WASHINGTON (CNNMoney) -- Silicon Valley has become a force to be reckoned with on Capitol Hill, spending more than $100 million on lobbying and tens of millions on campaign contributions.
Internet and computer companies spent $30 million on lobbying in the first three months of 2011, according to an analysis by the Center for Responsive Politics. And that's on top of a whopping $121 million in 2010, putting that sector among the biggest spenders.
Additionally, computer and Internet political action committees spent $5.8 million in campaign contributions during the 2010 congressional elections.
While many U.S. companies took a breather from lobbying so strongly in the first few months of 2011, tech sector lobbying remained strong and ticked upward at most top companies.
One big reason for the bump in lobbying is the tight competition among these companies, said Ray Bjorklund, senior vice president at Deltek Inc.'s FedSources, a Washington-market research firm.
With more competition in all the different technology sectors, Bjorklund said that new rules -- such as preventing firms from sharing of consumer's private information -- can really affect the bottom lines of these companies.
"It's become more critical for these tech companies to have a presence here in Washington, so they can get to decision-makers and those people who are drafting these bills," Bjorklund said.
Companies that have spent more on lobbying this year include Amazon (Fortune 500), Apple ( , Fortune 500), Cisco ( , Fortune 500), Expedia, Facebook, Google ( , Fortune 500), Intuit, SAP, Yahoo ( , Fortune 500), Texas Instruments and Verisign, according to Senate records.,
And what does their money buy? Access and friends. Consider:
* Last month, President Obama held a Facebook town hall standing beside Facebook CEO Mark Zuckerberg and chief operating officer Sheryl Sandberg, who was chief of staff to Lawrence Summers when he was Treasury Secretary in the Clinton administration.
* In January, Obama declared the United States a nation "of Google and Facebook" in his State of the Union address. And in February, Obama sat between the leaders of Apple and Facebook at a private party in Woodside, Calif. Google and Apple face several different regulatory investigations.
* Next week, Google and Apple leaders will be in familiar territory when they face a Senate subcommittee inquiry investigating reports that Apple's iPhone and iPad and Google's Android smartphones track users' locations.
Google and, to a lesser extent, Apple are among campaign contributors to several Democratic lawmakers on the panel, including Sen. Barbara Boxer of California and Sen. Charles Schumer of New York, as well as Judiciary Committtee chairman Sen. Patrick Leahy of Vermont.
The Silicon Valley powerhouses in Washington are those that opened up lobbying shops years ago, such as Microsoft (Fortune 500), Hewlett Packard and IBM -- each of which spent more than $1 million in the first few months of 2011 and more than $5 million on lobbying in 2010. They all have hired dozens of outside lobbyists to supplement in-house corporate lobbyists.,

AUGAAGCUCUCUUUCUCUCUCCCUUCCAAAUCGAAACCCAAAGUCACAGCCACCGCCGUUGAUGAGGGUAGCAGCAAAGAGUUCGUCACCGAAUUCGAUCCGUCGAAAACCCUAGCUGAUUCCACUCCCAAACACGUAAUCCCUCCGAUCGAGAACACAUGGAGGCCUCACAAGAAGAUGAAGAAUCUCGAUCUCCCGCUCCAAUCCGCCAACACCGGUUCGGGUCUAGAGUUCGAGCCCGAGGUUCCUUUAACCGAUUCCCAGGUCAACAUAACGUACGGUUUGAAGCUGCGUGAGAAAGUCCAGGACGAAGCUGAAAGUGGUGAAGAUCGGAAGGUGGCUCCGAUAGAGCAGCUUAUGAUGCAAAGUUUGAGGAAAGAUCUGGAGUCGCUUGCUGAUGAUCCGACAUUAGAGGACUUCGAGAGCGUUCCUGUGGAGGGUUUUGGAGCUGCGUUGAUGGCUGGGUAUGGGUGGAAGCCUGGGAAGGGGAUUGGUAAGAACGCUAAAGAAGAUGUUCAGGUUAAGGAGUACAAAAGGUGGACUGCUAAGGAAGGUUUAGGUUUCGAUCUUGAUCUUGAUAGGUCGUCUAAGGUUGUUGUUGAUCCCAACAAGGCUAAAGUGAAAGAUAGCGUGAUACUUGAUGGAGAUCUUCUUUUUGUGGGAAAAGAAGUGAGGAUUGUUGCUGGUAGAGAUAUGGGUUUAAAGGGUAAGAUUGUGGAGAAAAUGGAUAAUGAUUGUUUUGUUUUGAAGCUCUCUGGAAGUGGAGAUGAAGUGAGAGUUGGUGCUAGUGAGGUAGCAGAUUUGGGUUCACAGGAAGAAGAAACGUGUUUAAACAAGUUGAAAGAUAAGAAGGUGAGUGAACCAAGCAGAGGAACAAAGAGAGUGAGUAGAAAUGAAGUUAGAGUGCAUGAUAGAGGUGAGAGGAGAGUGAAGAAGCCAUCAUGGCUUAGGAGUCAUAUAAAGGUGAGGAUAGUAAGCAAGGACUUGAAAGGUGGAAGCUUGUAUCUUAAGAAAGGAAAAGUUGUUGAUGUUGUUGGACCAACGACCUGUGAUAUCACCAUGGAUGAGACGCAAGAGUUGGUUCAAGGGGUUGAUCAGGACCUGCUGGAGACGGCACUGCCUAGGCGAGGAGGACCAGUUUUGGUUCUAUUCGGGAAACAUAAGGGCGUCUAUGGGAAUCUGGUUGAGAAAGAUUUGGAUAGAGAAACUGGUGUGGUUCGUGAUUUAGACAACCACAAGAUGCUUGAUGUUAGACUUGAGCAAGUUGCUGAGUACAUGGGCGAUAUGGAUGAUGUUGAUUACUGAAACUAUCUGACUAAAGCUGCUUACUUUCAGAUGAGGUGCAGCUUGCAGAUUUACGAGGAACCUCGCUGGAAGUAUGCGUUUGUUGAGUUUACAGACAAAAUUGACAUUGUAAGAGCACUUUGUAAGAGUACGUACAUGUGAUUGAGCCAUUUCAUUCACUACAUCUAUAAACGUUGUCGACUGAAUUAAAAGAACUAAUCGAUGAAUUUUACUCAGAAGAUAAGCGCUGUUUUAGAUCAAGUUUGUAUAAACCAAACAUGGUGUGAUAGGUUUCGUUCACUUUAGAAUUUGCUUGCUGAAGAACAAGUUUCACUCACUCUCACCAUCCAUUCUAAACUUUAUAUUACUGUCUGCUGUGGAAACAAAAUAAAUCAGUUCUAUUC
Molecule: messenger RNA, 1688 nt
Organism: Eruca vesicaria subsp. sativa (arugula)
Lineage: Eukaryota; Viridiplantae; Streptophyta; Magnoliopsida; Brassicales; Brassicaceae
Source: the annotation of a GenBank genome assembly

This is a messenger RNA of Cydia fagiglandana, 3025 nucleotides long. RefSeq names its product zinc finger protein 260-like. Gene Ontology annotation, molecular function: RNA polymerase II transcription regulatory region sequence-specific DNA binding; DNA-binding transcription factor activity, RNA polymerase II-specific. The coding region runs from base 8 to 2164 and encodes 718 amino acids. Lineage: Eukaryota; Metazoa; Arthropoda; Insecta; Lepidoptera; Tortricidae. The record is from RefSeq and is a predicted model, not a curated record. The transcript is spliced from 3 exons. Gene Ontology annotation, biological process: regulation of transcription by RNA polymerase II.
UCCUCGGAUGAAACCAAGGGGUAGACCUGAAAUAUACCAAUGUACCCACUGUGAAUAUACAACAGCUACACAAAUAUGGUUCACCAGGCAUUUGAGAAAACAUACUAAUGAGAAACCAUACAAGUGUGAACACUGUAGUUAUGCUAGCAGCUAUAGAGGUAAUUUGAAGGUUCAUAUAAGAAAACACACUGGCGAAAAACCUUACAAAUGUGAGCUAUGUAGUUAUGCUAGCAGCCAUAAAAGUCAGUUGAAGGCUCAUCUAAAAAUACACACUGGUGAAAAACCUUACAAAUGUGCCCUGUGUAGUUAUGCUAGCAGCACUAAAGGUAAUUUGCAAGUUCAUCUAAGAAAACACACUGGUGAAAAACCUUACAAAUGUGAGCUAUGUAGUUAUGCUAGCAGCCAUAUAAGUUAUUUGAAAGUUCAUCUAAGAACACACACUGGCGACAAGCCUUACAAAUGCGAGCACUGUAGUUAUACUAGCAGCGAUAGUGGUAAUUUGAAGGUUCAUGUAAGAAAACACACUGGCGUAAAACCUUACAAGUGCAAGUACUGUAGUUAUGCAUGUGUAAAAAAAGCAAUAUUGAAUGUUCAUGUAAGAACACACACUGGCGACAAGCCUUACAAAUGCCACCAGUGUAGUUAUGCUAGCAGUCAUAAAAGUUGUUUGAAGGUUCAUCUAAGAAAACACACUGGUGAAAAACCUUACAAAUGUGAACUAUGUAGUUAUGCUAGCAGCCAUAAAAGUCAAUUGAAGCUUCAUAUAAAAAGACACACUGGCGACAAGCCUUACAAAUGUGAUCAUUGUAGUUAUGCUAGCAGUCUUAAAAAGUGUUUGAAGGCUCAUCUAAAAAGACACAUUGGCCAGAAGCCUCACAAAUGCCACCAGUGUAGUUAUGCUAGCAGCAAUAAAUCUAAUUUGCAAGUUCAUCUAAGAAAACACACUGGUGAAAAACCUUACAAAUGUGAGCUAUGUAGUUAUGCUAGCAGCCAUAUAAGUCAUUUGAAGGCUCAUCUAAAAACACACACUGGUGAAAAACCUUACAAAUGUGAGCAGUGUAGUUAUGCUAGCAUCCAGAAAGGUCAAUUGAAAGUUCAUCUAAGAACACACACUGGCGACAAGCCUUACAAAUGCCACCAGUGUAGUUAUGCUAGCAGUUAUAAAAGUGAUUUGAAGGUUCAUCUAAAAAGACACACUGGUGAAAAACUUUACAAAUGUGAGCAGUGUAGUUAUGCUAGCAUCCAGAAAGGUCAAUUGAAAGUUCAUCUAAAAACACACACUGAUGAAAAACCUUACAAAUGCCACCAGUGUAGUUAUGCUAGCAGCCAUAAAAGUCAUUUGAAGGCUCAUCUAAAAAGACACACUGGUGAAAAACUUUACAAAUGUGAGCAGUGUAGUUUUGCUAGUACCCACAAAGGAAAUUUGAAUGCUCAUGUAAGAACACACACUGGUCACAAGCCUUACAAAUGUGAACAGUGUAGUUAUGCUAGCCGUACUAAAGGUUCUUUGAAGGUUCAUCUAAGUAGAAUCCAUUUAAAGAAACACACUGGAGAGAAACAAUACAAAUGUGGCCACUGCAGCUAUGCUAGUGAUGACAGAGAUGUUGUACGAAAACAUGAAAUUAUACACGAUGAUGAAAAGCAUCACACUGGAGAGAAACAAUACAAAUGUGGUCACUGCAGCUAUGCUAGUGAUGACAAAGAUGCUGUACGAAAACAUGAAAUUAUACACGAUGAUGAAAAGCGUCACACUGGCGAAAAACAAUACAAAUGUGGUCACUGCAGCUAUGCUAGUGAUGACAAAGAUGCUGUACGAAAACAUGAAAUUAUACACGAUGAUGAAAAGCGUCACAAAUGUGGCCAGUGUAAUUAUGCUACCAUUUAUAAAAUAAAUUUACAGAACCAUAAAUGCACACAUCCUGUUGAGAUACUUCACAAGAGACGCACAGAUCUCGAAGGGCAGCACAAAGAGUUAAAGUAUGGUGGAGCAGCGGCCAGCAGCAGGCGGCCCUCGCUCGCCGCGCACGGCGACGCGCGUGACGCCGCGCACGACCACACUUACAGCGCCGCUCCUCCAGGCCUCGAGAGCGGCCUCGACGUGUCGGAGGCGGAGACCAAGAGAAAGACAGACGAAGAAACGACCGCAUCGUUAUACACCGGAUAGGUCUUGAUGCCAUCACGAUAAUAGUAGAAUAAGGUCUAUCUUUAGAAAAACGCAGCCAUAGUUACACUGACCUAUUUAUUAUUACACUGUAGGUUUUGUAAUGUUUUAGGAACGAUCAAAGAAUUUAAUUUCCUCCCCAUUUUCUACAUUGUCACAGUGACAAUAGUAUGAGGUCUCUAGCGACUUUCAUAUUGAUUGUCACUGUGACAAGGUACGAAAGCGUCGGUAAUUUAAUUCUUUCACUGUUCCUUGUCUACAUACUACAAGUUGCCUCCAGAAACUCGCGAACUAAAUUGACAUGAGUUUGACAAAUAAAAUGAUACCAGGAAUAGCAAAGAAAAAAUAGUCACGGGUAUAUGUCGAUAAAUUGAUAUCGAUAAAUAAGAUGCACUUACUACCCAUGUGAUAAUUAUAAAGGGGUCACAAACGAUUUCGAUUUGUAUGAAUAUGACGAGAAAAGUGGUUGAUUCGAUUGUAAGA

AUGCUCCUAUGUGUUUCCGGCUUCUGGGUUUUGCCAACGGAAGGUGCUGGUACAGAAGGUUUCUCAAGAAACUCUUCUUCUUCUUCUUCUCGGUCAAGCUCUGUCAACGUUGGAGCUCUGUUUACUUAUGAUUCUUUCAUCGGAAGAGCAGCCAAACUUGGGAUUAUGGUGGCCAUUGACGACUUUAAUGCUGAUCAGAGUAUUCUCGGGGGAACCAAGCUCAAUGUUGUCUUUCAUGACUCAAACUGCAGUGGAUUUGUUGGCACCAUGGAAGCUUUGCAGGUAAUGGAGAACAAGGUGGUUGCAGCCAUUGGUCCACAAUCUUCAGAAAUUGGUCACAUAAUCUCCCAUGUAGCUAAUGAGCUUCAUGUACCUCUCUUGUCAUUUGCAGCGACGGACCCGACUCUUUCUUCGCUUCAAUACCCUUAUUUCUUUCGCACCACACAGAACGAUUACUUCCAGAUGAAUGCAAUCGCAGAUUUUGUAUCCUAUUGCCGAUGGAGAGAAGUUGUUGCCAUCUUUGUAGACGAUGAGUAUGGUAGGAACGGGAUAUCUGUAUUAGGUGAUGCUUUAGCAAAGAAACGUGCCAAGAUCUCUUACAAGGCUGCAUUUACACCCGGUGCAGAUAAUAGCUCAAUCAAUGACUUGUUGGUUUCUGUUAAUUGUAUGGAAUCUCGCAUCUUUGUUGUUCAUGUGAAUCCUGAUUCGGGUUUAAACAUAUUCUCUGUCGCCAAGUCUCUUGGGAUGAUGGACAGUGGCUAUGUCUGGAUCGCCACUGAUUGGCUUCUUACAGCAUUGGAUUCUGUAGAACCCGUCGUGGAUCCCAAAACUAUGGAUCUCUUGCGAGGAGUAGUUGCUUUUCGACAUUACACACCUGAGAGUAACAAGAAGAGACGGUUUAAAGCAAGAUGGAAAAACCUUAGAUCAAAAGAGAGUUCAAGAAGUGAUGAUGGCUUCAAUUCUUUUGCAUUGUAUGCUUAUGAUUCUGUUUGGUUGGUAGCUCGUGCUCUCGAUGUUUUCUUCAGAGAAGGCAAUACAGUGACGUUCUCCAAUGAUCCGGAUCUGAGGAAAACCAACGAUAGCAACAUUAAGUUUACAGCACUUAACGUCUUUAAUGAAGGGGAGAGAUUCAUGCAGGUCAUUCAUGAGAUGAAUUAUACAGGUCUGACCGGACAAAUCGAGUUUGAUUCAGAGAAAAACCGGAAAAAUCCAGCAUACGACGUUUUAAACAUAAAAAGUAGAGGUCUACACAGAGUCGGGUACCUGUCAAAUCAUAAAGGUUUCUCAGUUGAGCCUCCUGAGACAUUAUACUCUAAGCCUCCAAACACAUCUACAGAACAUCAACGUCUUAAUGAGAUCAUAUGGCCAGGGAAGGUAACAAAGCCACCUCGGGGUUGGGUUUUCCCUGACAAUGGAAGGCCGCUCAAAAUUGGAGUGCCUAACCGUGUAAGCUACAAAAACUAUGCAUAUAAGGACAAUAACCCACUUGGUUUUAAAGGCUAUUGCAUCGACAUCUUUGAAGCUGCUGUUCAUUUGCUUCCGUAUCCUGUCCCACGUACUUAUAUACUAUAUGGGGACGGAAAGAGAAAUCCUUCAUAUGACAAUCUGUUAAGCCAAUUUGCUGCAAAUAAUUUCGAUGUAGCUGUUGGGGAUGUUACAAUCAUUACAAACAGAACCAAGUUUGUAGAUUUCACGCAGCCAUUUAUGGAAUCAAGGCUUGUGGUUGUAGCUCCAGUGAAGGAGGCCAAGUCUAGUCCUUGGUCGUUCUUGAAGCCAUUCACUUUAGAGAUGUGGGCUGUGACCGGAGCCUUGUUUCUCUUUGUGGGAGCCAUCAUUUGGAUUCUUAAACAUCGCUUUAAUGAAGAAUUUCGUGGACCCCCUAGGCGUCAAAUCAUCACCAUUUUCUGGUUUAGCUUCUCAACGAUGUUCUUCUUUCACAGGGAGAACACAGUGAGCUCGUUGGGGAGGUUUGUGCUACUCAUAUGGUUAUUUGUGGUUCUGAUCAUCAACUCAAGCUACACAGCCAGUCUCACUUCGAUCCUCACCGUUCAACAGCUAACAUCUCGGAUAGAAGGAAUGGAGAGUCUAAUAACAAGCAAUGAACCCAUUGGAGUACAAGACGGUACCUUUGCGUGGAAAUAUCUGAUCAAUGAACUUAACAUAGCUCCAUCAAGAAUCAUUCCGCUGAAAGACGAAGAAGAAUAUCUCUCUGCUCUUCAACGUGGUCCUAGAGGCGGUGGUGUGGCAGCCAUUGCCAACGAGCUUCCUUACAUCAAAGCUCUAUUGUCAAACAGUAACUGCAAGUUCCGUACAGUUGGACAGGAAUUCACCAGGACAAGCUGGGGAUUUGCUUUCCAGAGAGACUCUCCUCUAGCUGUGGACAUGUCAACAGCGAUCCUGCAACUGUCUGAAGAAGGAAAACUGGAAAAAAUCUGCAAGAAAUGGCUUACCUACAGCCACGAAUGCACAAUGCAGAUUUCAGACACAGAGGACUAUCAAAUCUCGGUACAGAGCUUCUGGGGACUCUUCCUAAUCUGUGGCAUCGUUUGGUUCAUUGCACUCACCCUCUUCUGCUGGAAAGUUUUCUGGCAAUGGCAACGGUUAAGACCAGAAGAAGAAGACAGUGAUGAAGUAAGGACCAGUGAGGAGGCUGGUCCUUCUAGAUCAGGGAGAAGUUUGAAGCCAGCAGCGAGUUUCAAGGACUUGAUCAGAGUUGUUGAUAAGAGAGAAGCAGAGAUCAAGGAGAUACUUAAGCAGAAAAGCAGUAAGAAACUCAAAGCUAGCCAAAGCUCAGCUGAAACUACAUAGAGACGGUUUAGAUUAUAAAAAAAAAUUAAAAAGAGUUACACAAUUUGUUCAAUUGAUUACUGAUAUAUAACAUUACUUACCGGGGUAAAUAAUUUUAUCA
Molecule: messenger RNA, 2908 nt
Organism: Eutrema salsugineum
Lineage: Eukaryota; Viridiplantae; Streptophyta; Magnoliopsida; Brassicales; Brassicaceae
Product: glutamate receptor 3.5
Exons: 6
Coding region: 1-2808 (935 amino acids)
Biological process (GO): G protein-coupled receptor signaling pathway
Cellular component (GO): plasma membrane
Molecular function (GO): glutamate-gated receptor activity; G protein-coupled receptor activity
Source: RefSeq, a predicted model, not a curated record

Yet, in the first few months of 2011, Google and Facebook dropped the most each company has ever spent on lobbying in a quarter.
Google spent $1.48 million in lobbying and has bulked up its team in Washington, which now has 9 in-house lobbyists and 30 outside lobbyists, according to records. The company also spent $918,134 overall on campaigns during the 2010 elections, according to the Center for Responsive Politics.
"Over the past few years, the Internet has become a bigger part of our life, so naturally it's become a bigger part of the focus in Washington D.C.," said Google spokesman Dan Martin.
Facebook spent $230,000, up drastically from the $41,000 spent during the same period last year. Facebook has three in-house lobbyists and 15 outside lobbyists, according to Senate records.
"This increase represents a continuation of our efforts to explain how our service works, as well as the important actions we take to protect people who use our service and promote the value of innovation to our economy," said Facebook spokesman Andrew Noyes.
Apple's spending remained flat compared to last year at $560,000. The iPhone and Mac maker has five in-house lobbyists and 18 extra lobbyists.
Google, Facebook and Apple all reported pressing lawmakers and federal regulators about issues including consumer privacy, online advertising, cyber security and censorship and tax policy, records state.
Pablo Spiller, a business and technology professor at the University of California at Berkeley, said that as tech companies grow and face more regulatory and anti-trust challenges, they realize that they can't just unveil a new gadget or application and rake in the millions the way they once did.
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